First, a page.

Sunday, February 20, 2011


A re-creation of the talk I gave this morning:

Practice is like peeling an onion. We peel away one layer and then there's another one and another one. As we sit quietly, one thing and then another arises to awareness. We meet one thing with an open heart and mindfulness, it passes away and something else comes asking for attention.

Peeling an onion is usually not a pleasant experience. Our eyes often sting and there may be tears. Similarly, in practice as we sit quietly the mind or heart often gets stuck on something—a sensation, a thought, a memory—that is not so pleasant. Then the question is, how do we deal with this? How do we deal with the stinging eyes? How do we deal with this unpleasant visitor? This unpleasantness, whether the onion's effects or the visitor to our peaceful meditation, is what our life is in this moment. Are we able to just be this life? Or is there some resistance to it? Can we just meet it with an open heart and with clear seeing and knowing and then letting it go?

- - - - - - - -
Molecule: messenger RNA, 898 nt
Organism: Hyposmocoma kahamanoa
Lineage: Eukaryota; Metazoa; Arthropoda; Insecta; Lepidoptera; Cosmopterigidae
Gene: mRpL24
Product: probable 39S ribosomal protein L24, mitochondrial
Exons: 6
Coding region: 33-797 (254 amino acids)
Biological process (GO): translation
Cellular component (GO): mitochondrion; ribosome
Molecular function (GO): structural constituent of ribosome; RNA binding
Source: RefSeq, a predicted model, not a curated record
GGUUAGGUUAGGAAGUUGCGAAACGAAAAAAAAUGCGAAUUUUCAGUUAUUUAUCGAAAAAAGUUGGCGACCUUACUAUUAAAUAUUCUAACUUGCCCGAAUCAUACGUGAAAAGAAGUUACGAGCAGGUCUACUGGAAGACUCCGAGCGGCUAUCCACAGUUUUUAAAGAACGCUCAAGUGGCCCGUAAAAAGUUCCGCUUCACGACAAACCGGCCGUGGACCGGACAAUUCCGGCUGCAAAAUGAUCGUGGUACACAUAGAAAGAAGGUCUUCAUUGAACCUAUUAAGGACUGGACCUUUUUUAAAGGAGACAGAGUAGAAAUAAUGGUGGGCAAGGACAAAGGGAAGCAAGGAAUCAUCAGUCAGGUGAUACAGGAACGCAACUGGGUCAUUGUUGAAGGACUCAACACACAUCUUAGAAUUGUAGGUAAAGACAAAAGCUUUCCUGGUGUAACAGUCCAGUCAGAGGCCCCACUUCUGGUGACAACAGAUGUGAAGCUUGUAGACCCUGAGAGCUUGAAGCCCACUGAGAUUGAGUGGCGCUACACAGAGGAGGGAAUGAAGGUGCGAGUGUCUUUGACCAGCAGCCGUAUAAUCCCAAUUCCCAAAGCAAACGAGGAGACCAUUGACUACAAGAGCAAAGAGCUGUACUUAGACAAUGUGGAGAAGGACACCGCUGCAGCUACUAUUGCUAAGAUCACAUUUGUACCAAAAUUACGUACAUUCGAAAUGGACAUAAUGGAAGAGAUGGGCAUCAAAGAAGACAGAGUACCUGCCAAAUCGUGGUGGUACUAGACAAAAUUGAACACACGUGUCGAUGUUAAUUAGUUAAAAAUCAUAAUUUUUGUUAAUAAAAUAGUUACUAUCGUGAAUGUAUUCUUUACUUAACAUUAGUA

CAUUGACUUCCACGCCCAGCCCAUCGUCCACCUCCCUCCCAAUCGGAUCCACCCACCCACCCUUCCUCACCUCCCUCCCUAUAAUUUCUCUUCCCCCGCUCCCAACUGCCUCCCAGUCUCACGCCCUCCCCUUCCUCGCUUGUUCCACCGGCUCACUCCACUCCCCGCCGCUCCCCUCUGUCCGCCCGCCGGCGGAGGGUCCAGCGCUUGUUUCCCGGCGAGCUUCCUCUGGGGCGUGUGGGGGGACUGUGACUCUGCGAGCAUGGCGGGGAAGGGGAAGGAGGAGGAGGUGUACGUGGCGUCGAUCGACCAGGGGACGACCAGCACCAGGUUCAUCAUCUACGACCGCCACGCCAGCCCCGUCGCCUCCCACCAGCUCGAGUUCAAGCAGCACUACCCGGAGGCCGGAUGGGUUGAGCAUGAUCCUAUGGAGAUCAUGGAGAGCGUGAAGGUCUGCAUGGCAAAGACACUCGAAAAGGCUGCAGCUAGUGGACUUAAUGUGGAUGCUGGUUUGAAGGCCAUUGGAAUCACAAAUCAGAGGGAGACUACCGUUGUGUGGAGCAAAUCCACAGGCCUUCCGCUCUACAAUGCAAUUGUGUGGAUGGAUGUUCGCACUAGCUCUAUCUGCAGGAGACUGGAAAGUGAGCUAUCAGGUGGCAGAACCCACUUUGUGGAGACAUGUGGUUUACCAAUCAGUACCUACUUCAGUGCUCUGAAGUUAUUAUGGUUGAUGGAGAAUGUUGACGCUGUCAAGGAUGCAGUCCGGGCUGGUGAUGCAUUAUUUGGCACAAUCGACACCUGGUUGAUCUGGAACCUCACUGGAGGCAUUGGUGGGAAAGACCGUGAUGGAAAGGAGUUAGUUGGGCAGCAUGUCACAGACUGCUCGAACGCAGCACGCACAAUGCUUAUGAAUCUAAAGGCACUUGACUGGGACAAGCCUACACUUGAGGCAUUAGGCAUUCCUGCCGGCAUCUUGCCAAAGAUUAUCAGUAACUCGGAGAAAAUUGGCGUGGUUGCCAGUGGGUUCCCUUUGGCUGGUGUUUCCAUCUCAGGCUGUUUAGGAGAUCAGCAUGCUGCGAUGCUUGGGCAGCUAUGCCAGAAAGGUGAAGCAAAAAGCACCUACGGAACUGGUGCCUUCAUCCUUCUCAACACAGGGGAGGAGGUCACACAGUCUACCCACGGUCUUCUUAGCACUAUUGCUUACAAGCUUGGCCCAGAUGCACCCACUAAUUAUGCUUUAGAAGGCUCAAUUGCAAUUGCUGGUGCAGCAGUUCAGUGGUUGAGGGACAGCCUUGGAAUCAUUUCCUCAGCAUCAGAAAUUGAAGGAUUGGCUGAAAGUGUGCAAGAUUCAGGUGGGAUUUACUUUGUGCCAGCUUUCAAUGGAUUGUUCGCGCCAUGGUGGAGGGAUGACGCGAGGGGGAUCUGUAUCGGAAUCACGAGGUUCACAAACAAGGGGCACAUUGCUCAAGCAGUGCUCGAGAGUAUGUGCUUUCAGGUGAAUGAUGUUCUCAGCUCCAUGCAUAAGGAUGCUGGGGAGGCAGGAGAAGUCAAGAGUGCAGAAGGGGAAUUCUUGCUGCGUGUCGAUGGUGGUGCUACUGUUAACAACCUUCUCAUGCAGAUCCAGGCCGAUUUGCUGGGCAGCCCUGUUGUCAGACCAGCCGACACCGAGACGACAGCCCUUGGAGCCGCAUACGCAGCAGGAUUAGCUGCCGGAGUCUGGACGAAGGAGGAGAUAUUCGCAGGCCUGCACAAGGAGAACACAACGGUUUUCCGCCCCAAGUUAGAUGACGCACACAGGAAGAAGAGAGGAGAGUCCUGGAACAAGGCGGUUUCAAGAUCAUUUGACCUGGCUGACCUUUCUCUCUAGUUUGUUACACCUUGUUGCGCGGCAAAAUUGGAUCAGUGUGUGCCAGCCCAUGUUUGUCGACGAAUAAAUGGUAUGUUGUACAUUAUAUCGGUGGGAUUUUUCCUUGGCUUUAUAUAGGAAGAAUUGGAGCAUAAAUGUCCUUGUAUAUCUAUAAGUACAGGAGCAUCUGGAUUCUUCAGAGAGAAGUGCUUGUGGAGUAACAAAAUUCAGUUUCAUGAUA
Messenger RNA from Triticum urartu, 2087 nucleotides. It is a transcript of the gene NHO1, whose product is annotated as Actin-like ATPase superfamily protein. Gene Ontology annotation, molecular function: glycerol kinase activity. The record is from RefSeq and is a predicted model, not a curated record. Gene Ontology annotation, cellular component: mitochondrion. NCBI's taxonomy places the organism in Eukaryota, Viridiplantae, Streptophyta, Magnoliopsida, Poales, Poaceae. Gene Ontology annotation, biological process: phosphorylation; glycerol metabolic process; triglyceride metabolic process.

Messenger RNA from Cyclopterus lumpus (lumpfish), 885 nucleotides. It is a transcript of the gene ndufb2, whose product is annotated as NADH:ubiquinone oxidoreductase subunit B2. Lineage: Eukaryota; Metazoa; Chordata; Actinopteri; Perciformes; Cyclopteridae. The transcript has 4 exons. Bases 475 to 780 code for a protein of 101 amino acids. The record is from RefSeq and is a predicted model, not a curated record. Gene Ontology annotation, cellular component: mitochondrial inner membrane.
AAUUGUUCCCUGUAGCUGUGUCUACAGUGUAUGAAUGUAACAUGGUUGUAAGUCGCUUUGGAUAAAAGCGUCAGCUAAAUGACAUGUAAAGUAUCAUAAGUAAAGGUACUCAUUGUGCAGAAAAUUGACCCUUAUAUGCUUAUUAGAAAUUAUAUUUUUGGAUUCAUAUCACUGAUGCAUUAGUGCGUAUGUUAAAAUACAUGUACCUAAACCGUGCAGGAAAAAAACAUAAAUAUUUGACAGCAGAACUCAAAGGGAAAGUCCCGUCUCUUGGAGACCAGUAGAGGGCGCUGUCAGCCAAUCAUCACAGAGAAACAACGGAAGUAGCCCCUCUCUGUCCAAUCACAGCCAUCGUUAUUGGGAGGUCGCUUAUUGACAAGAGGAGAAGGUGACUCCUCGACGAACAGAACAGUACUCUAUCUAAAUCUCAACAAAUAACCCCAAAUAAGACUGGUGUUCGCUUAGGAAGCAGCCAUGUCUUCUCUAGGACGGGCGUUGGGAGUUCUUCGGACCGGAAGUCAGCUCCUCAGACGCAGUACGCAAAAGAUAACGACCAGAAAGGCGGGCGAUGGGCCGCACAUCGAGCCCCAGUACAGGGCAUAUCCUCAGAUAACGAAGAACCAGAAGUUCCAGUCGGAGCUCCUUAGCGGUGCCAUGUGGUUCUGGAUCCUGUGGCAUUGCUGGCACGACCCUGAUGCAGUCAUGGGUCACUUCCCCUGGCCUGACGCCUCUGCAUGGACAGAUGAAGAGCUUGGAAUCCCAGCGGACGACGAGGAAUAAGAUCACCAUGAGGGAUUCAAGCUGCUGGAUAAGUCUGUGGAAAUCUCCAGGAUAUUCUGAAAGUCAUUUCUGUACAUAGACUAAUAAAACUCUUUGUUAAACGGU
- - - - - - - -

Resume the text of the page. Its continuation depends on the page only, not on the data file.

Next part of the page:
When we peel an onion layer by layer to its core, we find that at its center it is empty. It was simply layers grouped together. As we open to the visitors that come to our hearts and minds both on and off the cushion, we come to see that they too are lacking in any enduring core. They were just a set of conditions that came together in a particular way to create the unpleasantness we found.

After we've peeled layers from the onion we can use them to create something that is delicious. Something that brings us some moments of sensual happiness. When we meet, with mindfulness, acceptance, friendliness and courage, the unpleasantness that arrives in meditation, when we open fully to it, when we become intimate with it, it passes on through. And often one of the results is that our spirits are lightened, our hearts feel more open and our minds are more peaceful.

Photo: Onions.jpg on Wikipedia by Fir0002,, GNU Free Documentation License, Version 1.2